Wednesday, December 01, 2010


Films That Transcend Their Weaknesses

By Squish
Not only does it have a terrible title, but the ending of Don't Look Now is laughable, containing the kind of climax that made me ask out loud, "Seriously? You couldn't come up with anything better than that?" But this is not why we are here today. I'd much rather go on about what makes this film genuinely great, what makes it work.

First the basic premise: a British couple suffer a devastating loss, a daughter killed in a drowning accident. The couple attempt to forge ahead and make a new life pulling up stakes and moving to Venice. Once there, the couple meet a psychic woman who claims not only to be able to see their deceased daughter, but that her father, John (Donald Sutherland), also has the gift of second sight. The mother, Laura (Julie Christie), wants to learn more while John wants nothing to do with this "psychic."

The film follows the thriller genre rather closely with heavy moments of drama, especially the strained relationship between husband and wife. If you've heard anything about the film, you'll know that Don't Look Now is famous for its sex scene. Throughout the film the couple have some heated arguments, and due to their frequency, the director felt the need to add an improvised sex scene to convey the love the couple shared as well. The scene is incredible because the couple is so perfectly natural in this moment, so much so that it is rumored for being actual "Julie on Donald" action.

The famous scene includes editing that cuts in the next moment of their slowly getting dressed for a dinner. Donald stands in front of the mirror, naked, brushing his teeth, while his wife also is there, nude, doing her own thing. Don't Look Now helped me realize the immediacy films tend to have in "getting on" with a sex/nude scene, as though throwing in a slice of "cheeky" for the folks at home rather than making it relevant to the characters. Don't Look Now, in that famous scene, did such a good job of conveying such familiarity between an on-screen couple that you know how close they are, that the fighting is just a fleeting thing compared to their sense of belonging to one another. Because it shows long takes of nude people in an everyday moment, we get a proper glimpse into their routine and we get it, we get them in this vulnerable yet trusting moment.

What Don't Look Now should be praised for, however, is not the sex scene, it's the atmosphere that is so perfect as to teach valuable lessons about suspense in cinematographic style.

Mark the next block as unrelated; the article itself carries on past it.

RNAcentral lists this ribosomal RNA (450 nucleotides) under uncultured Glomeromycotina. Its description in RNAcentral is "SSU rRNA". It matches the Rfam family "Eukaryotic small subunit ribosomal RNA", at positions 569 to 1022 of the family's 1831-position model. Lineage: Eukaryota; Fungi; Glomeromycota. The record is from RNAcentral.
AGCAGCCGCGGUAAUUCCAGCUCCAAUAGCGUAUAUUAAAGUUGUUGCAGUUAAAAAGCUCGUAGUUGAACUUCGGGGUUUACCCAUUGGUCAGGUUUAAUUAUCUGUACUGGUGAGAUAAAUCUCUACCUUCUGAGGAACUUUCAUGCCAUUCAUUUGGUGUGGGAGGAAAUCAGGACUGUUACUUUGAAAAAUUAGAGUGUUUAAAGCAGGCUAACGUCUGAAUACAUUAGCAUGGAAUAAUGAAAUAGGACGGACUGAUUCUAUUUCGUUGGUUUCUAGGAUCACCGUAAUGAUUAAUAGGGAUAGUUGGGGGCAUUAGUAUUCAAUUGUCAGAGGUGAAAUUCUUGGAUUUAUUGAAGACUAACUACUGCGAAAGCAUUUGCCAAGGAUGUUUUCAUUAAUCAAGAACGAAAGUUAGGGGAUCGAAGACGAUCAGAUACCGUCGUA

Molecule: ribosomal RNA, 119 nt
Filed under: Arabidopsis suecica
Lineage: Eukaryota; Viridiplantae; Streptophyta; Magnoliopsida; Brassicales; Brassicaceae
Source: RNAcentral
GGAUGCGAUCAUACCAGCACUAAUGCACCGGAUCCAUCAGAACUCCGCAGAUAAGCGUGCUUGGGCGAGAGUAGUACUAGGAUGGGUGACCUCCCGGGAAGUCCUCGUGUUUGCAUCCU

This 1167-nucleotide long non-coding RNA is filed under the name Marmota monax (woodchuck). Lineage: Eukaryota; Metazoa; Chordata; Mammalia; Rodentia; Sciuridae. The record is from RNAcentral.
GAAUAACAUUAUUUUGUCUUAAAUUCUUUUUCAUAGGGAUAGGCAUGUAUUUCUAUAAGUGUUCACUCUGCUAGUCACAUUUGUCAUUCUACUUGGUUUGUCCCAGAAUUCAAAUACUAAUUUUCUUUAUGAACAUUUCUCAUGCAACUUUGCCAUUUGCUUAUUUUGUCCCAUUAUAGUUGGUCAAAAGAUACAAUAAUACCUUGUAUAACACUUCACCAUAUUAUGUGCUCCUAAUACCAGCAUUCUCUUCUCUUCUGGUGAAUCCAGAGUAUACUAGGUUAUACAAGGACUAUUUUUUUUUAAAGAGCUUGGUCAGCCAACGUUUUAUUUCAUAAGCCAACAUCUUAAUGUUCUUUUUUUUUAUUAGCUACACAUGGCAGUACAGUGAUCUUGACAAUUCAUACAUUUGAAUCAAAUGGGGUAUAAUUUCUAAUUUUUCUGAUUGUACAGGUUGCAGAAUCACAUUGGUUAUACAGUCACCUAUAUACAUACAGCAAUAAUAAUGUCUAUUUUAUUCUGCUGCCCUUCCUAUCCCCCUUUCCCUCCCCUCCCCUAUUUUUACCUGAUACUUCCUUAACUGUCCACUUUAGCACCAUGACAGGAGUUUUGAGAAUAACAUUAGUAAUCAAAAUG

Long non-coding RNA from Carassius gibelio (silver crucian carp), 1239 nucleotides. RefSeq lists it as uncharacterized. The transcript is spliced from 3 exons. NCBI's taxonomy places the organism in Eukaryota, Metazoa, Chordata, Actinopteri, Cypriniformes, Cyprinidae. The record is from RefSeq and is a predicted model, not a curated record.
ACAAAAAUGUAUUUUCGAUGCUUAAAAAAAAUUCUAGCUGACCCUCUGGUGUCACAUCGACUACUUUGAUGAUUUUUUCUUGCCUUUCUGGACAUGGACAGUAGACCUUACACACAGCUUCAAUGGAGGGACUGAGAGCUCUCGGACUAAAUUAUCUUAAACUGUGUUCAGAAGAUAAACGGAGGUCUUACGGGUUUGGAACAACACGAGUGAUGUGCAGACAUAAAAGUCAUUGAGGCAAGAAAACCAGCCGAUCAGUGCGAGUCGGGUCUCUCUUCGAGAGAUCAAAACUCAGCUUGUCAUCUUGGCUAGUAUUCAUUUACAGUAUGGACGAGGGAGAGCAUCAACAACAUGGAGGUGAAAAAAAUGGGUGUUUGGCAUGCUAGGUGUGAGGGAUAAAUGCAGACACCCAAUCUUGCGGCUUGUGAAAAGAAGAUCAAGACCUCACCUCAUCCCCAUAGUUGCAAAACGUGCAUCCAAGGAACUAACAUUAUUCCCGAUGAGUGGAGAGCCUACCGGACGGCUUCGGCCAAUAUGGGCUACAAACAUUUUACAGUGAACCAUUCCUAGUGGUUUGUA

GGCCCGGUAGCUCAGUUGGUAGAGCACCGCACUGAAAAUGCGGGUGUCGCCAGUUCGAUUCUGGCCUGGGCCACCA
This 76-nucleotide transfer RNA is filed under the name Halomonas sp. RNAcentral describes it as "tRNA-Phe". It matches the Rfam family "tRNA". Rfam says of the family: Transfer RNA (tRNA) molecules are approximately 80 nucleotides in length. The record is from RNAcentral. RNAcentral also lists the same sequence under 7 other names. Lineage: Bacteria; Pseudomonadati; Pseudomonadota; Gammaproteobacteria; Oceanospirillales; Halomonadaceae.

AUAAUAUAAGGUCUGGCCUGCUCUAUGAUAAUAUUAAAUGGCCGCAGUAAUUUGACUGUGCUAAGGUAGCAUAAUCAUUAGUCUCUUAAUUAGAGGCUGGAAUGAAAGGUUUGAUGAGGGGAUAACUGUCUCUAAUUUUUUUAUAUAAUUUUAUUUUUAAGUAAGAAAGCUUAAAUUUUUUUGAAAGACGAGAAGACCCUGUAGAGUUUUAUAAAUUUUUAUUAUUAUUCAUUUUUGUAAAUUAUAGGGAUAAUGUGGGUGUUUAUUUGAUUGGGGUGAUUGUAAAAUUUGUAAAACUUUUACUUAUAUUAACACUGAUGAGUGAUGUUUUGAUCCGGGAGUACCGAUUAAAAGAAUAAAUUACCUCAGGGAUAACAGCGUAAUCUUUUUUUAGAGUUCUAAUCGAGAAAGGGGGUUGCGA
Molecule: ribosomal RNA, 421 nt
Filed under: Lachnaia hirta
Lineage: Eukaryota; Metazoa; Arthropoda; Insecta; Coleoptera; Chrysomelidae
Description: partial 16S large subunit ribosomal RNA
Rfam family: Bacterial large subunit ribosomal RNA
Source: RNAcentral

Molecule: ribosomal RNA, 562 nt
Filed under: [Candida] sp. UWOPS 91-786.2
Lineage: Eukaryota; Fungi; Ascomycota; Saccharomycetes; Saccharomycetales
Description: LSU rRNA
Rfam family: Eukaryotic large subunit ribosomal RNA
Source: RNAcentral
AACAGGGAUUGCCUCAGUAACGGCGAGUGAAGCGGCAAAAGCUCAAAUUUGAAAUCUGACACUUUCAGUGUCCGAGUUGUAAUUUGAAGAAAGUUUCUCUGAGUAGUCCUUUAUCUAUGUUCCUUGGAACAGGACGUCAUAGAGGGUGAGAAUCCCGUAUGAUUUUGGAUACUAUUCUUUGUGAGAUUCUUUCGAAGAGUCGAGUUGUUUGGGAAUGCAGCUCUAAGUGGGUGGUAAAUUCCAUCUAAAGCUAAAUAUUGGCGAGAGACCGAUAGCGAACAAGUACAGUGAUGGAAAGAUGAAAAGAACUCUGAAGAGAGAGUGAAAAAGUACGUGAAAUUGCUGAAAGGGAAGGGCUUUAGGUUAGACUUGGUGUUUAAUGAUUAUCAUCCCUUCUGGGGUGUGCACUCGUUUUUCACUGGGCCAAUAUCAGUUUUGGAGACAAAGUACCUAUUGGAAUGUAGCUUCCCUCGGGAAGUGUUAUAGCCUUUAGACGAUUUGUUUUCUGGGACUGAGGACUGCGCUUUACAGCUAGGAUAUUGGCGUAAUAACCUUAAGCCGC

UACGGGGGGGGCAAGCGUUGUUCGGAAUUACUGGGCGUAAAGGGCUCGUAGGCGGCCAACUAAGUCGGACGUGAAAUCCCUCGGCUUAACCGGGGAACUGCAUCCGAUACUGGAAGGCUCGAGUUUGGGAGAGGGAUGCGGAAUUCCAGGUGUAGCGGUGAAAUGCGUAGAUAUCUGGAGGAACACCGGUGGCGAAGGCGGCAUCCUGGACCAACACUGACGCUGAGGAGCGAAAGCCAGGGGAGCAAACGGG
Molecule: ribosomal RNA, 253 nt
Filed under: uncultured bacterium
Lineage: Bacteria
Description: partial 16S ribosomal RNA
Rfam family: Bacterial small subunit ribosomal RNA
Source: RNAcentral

Don't Look Now is creepy in that way that makes you doubt everything. Those I watched this with kept saying "something's off about that person too!" To compare to David Lynch's odd characters would be too severe. These quirks are far more subtle. Enhanced by the mood that has been set before, we're left with nothing more than a constant gut-feeling of something being amiss.

Film tends to be good for showing us exactly what we need to know to set up a moment — something as simple as showing a close-up of a gun lying next to a passed-out person, well you know what that means already. Watching Don't Look Now's restaurant scene where we're shown a lunch table, a close-up of a blind woman's broach, the waiter bringing a tray of food to the next table, a snippet of conversation, followed by a rapid close-up of people moving behind Laura... you just know something's about to happen, you're on edge, and Don't Look Now is one of the films I will forever reference as being able to perfectly deliver such red herrings. Rather than the camera showing us what we need, it shows us things in much the same way our own eye would during a time of high stress or danger: perception jumps, everything is slower... when a lens can recreate in us the same feeling our own mind would, that's more than impressive. What's great is that this is done frequently throughout the film, and for that reason alone, Don't Look Now is worthy of being brought out of obscurity.

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Agreed. Another way this film continues the "off kilter" feel is the setting in Venice. Anyone who's been there knows the disorientation of making a wrong turn and being blocked by a canal, the alleys that lead nowhere, the piazzas in which every exit looks exactly the same in an Escherian way. Roeg makes sure to film Venice in a way that is part and parcel of the disconcerting feel.
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